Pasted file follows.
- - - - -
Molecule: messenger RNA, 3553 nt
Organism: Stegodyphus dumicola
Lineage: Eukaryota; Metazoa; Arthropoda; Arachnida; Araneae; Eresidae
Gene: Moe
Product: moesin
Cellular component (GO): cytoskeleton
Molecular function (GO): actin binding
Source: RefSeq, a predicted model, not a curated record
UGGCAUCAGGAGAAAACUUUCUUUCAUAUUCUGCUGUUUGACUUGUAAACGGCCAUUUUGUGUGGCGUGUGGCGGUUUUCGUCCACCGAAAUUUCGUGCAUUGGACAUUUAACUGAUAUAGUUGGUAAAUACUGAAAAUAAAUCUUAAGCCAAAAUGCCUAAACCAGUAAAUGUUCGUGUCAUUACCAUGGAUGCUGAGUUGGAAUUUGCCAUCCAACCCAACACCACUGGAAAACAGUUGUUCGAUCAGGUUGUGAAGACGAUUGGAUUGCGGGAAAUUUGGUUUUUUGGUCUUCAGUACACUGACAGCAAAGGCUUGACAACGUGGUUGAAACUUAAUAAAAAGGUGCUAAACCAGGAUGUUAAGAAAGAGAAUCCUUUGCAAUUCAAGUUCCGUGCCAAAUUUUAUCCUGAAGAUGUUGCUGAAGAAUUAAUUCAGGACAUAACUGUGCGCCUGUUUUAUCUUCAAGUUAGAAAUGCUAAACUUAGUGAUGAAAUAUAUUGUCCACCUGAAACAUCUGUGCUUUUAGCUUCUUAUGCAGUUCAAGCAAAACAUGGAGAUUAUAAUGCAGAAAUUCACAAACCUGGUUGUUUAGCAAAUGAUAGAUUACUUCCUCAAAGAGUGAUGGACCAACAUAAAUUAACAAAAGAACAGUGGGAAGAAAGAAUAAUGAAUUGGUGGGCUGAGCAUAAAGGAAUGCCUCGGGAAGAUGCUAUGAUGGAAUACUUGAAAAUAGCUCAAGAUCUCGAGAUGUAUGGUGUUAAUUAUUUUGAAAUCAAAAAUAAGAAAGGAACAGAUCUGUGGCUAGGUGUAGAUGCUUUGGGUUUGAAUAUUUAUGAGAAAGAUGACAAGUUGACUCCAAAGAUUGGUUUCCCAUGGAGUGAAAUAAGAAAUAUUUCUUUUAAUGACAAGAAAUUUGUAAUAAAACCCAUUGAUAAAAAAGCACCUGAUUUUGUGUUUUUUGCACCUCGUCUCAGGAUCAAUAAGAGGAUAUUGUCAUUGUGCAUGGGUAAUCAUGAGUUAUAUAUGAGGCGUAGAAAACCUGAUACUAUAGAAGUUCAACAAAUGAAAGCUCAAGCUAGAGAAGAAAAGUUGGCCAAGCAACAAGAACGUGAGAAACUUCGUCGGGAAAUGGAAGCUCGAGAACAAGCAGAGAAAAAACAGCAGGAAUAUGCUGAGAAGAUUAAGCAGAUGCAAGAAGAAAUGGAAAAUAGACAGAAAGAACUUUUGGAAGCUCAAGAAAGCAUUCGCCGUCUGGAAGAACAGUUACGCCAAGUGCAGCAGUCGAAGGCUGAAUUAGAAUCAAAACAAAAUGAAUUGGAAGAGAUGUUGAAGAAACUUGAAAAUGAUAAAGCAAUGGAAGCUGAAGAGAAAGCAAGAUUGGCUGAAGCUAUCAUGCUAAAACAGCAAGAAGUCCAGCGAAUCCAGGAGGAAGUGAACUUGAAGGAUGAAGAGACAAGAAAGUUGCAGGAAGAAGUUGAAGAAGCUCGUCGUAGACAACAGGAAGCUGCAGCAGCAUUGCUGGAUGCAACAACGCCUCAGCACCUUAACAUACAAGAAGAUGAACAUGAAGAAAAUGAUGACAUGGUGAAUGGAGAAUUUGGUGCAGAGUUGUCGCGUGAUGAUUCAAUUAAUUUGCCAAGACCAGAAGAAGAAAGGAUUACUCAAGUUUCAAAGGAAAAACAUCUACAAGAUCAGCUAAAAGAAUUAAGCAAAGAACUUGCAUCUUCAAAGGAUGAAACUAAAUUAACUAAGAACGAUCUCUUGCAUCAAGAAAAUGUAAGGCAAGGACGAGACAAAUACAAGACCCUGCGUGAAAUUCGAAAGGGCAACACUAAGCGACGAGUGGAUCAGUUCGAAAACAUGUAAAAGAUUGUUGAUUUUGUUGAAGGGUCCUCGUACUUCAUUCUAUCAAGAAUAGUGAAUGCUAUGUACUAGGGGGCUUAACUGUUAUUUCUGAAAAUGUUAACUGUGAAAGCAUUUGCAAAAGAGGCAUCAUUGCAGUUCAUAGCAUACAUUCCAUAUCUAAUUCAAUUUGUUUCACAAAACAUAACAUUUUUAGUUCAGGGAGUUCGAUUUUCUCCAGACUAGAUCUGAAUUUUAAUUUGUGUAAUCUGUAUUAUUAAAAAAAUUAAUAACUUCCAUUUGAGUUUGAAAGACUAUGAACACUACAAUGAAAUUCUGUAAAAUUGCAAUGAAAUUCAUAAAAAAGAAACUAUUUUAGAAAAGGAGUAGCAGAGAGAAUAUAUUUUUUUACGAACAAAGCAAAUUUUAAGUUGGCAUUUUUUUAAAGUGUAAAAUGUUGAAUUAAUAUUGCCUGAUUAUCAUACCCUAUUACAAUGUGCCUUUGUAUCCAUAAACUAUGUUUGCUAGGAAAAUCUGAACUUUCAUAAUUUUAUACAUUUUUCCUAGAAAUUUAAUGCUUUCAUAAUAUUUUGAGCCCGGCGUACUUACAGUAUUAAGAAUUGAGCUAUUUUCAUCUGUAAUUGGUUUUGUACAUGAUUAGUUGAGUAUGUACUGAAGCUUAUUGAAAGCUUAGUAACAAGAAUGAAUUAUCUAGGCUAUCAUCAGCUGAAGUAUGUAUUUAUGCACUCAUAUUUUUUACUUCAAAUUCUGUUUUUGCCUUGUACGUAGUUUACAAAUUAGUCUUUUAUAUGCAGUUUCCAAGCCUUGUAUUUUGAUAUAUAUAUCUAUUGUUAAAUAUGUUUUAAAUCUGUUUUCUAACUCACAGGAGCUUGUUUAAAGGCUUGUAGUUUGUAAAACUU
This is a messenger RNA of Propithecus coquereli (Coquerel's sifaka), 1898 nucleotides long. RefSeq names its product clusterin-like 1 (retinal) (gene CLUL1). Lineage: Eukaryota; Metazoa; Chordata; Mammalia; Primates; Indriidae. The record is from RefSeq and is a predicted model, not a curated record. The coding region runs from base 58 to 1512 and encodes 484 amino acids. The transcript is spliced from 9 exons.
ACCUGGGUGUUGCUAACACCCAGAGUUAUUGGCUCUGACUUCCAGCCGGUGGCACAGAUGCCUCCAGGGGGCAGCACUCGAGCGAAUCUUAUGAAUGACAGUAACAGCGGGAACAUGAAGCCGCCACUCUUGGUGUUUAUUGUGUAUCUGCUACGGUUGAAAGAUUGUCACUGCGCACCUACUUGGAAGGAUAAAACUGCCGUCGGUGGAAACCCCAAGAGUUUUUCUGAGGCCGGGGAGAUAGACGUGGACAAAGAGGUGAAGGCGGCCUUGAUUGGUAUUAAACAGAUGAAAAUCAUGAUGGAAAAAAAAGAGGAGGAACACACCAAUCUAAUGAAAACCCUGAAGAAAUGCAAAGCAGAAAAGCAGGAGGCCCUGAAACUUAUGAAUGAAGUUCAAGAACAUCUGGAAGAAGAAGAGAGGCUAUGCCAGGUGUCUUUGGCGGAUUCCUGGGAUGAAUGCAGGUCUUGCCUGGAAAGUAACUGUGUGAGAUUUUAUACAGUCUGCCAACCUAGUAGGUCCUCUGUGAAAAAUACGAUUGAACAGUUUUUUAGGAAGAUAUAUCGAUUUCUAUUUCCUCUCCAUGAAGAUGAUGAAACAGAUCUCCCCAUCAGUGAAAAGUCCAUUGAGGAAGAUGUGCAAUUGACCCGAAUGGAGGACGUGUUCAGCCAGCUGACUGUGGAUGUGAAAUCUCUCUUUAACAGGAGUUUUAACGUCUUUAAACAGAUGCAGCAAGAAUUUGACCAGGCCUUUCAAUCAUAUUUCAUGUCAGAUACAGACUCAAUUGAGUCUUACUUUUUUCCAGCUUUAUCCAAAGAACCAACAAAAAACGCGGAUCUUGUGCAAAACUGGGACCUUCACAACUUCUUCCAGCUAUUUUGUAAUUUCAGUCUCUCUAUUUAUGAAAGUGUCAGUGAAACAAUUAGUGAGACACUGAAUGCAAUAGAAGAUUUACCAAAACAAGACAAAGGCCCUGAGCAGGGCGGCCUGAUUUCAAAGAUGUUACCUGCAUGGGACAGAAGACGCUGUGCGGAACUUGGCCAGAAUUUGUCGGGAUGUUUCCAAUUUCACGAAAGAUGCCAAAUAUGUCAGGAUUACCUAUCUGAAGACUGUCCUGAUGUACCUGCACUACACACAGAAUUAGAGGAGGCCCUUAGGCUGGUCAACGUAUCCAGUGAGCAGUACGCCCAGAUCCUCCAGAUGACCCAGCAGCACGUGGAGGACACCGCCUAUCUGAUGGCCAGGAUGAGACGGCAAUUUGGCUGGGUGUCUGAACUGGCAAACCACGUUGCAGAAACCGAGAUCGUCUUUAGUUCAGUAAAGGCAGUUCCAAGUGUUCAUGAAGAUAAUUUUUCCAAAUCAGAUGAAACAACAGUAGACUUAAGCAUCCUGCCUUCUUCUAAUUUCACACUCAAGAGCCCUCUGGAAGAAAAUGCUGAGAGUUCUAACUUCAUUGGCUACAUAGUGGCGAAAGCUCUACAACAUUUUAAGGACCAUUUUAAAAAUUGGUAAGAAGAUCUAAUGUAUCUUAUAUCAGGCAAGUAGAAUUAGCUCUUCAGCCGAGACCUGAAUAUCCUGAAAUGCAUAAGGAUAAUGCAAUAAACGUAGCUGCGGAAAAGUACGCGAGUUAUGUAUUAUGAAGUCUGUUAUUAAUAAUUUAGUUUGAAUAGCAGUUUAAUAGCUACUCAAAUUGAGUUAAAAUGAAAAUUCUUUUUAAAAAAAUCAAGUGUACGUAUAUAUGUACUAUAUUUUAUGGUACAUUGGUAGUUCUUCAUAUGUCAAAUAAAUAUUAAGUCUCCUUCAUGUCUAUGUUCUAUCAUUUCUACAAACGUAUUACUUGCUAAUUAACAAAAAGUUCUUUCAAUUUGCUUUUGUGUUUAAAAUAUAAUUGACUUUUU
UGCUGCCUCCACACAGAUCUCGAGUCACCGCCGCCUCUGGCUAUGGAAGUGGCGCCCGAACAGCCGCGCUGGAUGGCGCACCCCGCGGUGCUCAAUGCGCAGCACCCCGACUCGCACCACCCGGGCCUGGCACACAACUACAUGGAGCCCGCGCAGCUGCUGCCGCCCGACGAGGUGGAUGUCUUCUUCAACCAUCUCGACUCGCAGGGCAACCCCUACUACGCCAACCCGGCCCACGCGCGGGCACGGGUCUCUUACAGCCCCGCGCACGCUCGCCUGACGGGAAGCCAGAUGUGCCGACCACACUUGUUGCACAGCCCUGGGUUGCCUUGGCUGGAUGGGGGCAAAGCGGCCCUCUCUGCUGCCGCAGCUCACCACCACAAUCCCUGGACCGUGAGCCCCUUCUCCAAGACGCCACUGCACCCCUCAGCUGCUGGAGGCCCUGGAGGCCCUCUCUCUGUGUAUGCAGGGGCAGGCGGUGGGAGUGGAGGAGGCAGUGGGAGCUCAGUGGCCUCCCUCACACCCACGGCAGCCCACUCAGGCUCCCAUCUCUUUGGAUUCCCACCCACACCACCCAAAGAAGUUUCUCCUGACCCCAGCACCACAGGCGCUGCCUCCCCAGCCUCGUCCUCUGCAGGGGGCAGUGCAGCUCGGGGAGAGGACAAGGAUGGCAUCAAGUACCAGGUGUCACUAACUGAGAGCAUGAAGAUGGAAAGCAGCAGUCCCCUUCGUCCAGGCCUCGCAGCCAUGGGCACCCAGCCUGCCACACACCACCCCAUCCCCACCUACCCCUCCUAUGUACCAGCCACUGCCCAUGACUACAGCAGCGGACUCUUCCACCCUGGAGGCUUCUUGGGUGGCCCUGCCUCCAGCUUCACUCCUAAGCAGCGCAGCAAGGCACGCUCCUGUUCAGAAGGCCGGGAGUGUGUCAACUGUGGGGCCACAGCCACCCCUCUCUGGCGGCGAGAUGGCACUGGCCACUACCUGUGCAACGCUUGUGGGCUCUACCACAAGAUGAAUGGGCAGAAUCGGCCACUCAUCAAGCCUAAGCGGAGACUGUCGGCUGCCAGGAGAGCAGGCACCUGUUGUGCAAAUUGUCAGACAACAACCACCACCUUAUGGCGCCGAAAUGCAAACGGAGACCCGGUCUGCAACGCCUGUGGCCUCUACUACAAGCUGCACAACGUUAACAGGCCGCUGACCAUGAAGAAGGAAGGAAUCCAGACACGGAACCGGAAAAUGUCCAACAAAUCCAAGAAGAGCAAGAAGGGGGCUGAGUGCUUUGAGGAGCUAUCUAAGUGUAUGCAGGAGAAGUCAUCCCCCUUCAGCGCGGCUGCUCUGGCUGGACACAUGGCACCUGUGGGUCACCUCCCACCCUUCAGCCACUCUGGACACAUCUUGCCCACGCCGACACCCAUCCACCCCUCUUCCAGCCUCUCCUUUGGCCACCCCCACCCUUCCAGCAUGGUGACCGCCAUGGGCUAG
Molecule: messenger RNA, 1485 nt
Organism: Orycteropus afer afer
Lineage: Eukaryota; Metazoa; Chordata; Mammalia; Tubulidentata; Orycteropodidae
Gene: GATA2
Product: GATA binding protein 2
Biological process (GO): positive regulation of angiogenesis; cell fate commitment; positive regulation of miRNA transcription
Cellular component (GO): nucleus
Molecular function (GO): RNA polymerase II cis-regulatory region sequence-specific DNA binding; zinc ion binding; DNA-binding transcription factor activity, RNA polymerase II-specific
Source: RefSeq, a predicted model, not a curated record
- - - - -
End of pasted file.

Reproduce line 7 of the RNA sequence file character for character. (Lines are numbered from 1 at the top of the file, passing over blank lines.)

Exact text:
Molecular function (GO): actin binding